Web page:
As Western Oil Giants Cut Production, State-owned Companies Step Up

Kuwait announced last month that it planned to invest more than $6 billion in exploration over the next five years to increase production from 2.4 million barrels per day to 4 million barrels per day.

The United Arab Emirates, a major member of OPEC that produces four million barrels of oil a day, this month became the first Persian Gulf state to pledge a net zero carbon emissions target by 2050. But last year Adnoc, the UAE’s national oil company, announced it was investing $122 billion in new oil and gas projects.

Iraq, OPEC’s second-largest producer after Saudi Arabia, has invested heavily in boosting oil production in recent years, aiming to increase production to eight million barrels per day by 2027 from 5 million now. The country has been suffering from political turmoil, power shortages and insufficient ports, but the government has made several major deals with foreign oil companies to help the state-owned energy company develop new fields and improve production from old ones. can get help.

Even in Libya, where warring factions have disrupted the oil industry for years, production is on the rise. In recent months, it has been churning out 1.3 million barrels a day, a nine-year high. The government aims to increase this to 2.5 million barrels per day within six years.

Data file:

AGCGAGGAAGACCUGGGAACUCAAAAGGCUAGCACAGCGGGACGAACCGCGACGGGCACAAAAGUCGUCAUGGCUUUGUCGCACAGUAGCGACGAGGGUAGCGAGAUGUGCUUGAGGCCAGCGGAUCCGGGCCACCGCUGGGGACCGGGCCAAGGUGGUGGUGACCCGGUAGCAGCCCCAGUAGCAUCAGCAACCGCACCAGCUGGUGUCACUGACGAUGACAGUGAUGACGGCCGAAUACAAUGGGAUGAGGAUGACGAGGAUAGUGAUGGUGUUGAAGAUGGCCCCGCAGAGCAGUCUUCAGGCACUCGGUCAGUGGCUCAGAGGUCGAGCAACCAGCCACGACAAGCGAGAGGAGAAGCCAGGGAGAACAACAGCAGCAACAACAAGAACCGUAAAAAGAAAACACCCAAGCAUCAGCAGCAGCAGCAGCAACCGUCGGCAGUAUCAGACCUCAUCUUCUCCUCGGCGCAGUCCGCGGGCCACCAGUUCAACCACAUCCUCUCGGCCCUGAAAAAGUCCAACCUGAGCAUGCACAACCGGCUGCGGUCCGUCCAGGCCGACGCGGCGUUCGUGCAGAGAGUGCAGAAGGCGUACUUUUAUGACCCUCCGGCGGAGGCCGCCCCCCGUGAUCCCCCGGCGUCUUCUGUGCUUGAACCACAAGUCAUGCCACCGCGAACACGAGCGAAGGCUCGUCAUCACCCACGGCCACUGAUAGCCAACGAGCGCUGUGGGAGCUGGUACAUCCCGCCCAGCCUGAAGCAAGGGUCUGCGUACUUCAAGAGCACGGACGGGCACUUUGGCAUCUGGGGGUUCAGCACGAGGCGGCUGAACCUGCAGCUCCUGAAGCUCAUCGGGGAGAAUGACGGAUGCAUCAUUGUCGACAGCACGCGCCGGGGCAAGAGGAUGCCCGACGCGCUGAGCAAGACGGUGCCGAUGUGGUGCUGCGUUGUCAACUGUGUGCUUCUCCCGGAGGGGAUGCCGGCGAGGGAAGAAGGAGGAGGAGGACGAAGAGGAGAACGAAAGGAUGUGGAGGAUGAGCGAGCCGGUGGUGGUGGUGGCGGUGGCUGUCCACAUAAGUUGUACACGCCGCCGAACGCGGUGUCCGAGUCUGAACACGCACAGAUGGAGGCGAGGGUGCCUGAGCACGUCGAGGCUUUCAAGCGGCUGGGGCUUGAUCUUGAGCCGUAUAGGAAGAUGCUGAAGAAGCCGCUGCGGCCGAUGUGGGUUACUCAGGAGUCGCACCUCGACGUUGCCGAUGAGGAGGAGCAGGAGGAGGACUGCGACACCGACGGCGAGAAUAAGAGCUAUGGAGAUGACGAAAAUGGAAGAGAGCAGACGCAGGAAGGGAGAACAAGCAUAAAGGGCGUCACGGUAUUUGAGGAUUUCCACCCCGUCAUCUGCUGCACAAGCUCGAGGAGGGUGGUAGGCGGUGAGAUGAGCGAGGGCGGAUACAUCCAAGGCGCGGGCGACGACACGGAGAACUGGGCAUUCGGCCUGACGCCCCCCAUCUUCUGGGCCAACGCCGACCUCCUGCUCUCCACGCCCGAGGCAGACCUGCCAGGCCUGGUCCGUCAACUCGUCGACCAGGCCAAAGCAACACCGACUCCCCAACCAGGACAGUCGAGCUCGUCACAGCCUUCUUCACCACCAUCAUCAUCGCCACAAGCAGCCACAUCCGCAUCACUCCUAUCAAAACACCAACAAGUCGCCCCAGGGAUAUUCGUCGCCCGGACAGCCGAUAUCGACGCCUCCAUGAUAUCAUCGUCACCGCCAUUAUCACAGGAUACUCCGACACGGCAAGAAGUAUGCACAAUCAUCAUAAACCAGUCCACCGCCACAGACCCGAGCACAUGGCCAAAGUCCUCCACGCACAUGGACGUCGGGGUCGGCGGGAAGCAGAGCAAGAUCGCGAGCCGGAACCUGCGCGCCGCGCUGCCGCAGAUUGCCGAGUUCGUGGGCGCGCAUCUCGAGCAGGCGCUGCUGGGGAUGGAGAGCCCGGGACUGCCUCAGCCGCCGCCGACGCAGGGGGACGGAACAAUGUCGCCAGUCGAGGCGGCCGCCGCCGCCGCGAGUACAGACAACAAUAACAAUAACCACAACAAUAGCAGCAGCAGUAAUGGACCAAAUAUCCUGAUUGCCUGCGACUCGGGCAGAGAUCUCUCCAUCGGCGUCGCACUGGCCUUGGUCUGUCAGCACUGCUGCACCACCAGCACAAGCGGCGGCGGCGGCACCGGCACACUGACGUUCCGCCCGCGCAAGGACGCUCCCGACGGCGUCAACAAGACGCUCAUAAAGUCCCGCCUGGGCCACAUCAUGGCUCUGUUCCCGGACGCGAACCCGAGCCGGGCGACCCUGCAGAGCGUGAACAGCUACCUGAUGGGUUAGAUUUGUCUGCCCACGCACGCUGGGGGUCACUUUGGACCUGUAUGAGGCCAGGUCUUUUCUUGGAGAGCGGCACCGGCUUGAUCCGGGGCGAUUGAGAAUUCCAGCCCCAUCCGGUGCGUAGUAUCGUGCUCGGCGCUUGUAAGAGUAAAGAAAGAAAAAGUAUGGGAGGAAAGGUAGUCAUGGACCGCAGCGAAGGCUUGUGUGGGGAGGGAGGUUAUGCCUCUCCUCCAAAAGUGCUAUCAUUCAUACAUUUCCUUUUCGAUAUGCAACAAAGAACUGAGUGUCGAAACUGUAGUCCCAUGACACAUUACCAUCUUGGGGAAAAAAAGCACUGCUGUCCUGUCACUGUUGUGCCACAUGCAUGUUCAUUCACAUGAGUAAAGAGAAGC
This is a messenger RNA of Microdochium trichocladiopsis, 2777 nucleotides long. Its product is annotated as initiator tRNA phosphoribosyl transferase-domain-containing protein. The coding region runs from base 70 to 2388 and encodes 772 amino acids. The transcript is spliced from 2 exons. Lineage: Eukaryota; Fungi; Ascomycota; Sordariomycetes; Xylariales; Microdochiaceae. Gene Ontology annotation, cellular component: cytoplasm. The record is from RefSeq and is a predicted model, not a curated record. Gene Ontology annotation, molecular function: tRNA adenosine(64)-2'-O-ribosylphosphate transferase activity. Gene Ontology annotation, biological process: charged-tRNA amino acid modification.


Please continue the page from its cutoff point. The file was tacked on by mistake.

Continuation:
National oil companies in Brazil, Colombia and Argentina are also working to produce more oil and gas to increase revenue for their governments before oil demand collapses as wealthy countries cut their use of fossil fuels.

After years of bleak disappointments, production at the Vaca Muerta, or Dead Cow, oil and gas field in Argentina has jumped this year. According to Rystad Energy, a research and consulting firm, the field had never supplied more than 120,000 barrels of oil a day, but is now expected to have 200,000 barrels a day at the end of the year. The government, considered a climate leader in Latin America, has proposed legislation that would encourage even more production.

“Argentinas are concerned about climate change, but they don’t see it as primarily their responsibility,” said Lisa Viscidy, an energy expert at the Inter-American Dialogue, a Washington research organization. Describing Argentina’s approach, he said, “The rest of the world needs to reduce oil production globally, but that doesn’t mean we need to change our behavior in particular.”